Update: The word is now official. The Alaska Dispatch News is history. The Anchorage Daily News is back. The first of the new Anchorage Daily News newspapers are begin landing on city doorsteps Sunday, according to a company statement. The ADN website is to change its name Sunday along with the newspaper. The last edition of the Dispatch News was Friday. The Daily News no longer publishes a newspaper on Saturday.
The Anchorage Daily News started its return to the state’s largest city on Wednesday with a Facebook shift away from the Alaska Dispatch News.
The move had been expected.
The Binkley Company, which bought the troubled Dispatch News out of bankruptcy, had been known for some time to be trying to separate itself from the sad legacy of the publishing misadventure of Alice Rogoff, the wife of one of the country’s richest men.
Long story short: Rogoff, the financier of the successful online startup AlaskaDispatch.com bought the Anchorage Daily News/ADN from The McClatchy company in 2014 for $34 million, renamed it the Alaska Disaptch News/ADN, and proceeded to turn it into one of the biggest business failures in recent state history.
The ADN’s situation in August was so grave the Binkleys, a Fairbanks family that made its fortune in Alaska tourism, had to loan Rogoff $1 million to help avoid the newspaper closing its door. About a month later, they bought the paper by repaying themselves the loan.
Since then, they’ve announced layoffs, signed a contract to print the newspaper in the Matanuska-Susitna Valley and implemented a variety of cost-cutting measures to stop what had been $3- to $5-million per year losses at the state’s largest news operation
And they’ve tried to distance themselves from Rogoff, who left creditors holding the bag to the tune of $2 million and is now the subject of a bankruptcy court probe.
A Washington, D.C. area transplant to Alaska, Rogoff might have helped grow that separation with a recent suggestion in the Columbia Journalism Review that the Binkleys, a four generation Alaska family, somehow conspired with 40-year Alaskan Ron Duncan, the founder of the telecom company GCI, to put her out of business.
“…The Binkleys and Duncan, of GCI, ‘worked in concert’ to force her to sell the ADN, with GCI starting the process through its filing of the eviction notice,” she told the magazine.
“‘I believe the Binkleys and GCI together decided to force me to sell and the only recourse I had was to go into bankruptcy,’ she says. ‘I think at the end of the day it was probably political. The management of GCI wanted to see the paper in the hands of people with conservative state politics. There is a sizable group of business people in Anchorage who believe the role of a newspaper is boosterism. Ron Duncan is one of that group. Time will tell whether the Binkleys are as well.'”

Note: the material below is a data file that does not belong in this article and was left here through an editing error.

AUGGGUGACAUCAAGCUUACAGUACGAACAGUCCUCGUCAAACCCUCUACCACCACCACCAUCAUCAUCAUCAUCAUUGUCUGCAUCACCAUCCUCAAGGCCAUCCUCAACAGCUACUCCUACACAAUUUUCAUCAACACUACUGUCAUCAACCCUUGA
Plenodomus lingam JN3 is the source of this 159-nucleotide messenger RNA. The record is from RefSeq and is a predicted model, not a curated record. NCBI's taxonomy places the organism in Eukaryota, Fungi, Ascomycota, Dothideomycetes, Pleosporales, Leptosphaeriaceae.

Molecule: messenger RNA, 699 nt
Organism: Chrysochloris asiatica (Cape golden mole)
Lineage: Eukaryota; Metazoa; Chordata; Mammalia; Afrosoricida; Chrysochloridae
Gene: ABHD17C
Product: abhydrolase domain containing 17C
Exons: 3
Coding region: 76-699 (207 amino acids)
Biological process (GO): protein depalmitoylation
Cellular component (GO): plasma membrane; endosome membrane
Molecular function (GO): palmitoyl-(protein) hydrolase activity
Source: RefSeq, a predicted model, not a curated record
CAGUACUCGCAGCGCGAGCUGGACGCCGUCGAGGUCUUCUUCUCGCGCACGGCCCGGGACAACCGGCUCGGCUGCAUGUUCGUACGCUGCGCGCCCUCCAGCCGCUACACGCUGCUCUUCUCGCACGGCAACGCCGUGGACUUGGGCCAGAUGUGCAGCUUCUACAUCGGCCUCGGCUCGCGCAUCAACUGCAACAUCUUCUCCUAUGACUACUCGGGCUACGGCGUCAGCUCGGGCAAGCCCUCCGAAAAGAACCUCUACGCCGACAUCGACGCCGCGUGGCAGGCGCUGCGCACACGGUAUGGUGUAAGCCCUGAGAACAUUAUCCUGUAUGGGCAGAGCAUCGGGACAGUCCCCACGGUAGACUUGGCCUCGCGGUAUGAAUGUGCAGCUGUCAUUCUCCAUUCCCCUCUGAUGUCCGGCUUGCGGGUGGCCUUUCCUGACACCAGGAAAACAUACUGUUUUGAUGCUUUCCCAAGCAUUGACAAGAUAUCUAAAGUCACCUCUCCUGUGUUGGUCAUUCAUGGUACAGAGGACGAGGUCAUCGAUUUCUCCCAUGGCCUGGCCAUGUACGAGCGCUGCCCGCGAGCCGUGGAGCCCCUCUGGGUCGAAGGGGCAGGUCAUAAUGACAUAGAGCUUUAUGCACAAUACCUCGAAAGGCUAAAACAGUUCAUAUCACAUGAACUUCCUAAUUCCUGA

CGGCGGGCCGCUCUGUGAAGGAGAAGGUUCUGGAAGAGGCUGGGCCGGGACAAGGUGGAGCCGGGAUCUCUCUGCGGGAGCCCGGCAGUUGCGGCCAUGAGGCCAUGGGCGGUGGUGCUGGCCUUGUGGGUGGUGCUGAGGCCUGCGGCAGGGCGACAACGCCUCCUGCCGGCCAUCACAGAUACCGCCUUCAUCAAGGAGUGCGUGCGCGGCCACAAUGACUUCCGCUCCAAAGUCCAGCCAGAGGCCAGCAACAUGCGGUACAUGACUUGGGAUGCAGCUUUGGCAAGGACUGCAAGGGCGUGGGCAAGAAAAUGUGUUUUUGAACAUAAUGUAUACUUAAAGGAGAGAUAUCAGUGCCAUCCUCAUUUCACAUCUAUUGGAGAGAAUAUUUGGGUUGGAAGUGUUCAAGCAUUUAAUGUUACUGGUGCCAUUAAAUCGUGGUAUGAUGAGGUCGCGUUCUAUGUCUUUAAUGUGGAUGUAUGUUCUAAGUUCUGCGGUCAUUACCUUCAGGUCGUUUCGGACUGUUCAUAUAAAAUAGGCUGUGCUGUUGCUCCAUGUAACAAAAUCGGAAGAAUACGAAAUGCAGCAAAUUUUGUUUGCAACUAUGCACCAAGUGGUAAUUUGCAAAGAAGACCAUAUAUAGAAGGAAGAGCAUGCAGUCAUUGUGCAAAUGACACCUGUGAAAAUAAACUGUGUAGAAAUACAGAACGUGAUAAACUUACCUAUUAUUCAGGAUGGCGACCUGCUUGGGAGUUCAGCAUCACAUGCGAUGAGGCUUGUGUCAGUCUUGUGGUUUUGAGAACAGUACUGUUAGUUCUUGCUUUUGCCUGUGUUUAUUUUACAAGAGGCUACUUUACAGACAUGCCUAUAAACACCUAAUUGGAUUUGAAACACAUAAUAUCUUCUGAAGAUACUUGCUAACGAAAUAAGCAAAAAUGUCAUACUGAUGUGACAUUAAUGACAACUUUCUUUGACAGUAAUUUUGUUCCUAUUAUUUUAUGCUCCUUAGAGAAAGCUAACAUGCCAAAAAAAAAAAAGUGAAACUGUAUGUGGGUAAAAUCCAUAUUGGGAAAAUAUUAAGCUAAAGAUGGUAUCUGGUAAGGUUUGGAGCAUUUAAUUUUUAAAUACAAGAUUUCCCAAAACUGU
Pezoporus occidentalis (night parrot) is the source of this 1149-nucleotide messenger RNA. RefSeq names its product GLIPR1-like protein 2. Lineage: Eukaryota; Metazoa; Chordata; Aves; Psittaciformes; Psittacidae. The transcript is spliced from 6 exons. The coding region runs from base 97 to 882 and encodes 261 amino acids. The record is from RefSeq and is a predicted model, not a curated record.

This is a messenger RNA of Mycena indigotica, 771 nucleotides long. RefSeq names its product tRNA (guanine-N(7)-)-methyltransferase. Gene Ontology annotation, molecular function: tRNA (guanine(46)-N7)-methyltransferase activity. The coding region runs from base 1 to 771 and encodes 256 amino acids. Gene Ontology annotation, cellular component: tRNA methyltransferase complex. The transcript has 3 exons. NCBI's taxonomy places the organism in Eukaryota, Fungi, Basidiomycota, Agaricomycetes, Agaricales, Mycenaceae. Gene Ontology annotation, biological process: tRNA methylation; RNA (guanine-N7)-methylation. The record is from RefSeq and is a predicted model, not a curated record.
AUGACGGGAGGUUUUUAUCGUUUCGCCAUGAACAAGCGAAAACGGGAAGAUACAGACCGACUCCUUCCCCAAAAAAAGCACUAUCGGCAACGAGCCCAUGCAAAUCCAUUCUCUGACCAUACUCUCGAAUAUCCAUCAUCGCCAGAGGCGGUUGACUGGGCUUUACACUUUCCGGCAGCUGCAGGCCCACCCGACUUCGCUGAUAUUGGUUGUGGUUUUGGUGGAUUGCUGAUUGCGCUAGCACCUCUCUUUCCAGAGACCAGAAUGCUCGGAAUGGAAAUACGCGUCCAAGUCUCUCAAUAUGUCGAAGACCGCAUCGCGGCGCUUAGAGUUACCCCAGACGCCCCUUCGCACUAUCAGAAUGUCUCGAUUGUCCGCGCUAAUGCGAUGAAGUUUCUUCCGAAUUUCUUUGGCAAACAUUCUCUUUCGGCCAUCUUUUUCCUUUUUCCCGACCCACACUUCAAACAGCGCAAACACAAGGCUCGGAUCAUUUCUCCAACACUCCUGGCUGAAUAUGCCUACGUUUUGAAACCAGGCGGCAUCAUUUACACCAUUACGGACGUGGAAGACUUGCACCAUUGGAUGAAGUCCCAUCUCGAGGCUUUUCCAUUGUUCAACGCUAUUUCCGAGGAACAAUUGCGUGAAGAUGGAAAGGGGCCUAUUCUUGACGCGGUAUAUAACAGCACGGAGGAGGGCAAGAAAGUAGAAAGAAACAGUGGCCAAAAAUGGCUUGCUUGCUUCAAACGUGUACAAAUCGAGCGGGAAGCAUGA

Both Duncan and the Binkleys have denied any effort to force Rogoff to sell the ADN.
When the Bankruptcy Court publicly offered ADN for sale, no one showed up to bid. When Morris Communications, which used to own the Kenai and Juneau newspapers, was asked to look at buying the Dispatch News in the spring, it examined the operation and concluded it wasn’t worth anything.
And the accusation of “boosterism” soundedc strange coming from a woman who in 2013 outlined her dream for Alaska:
“Here is what Alaska could look like if we start acting decisively about what we want in our future:
“Imagine it is the year 2030. The Arctic Ocean is virtually ice-free, requiring only intermittent icebreaking in the winter. The “center route” for shipping over the North Pole is nearly as well travelled as the Panama Canal. The volume of cargo shipped around and across the Arctic Ocean is equal to the volume in the Port of Singapore, which saw 471 million tons of cargo in 2009.
“There are two ‘twinned’ transshipment ports for transferring goods to ice-enabled hulls for the trans-polar crossing. One is in Dutch Harbor, twice as large as that port is today. The other is on the northern coast of Iceland. A new Bering Strait Arctic port has been built near Nome, with deepwater facilities just a 60-mile drive along the Bob Blodgett Highway at Port Clarence.
“The waters off Nome have periodic winter ice, but its shipping channel and shallow-draft harbor is kept open by local icebreakers when needed.
“The Nome-Port Clarence port complex has a small boat harbor in Nome with longer piers, fuel docks, repair facilities, tugs and support watercraft of all types. The large fishing and crabbing fleet have expanded as facilities for them grew. Pleasure boats are there, too. A waterfront resort fronts onto the Bering Sea. The city of Nome now has a population of 10,000.
“Adjacent to the port, a highway interchange leads to the deepwater Port Clarence harbor, 60 miles to the west. The highway also heads due east, the first major new highway in Alaska, linking Fairbanks and Anchorage with Nome. There is a high-speed adjacent railroad line.”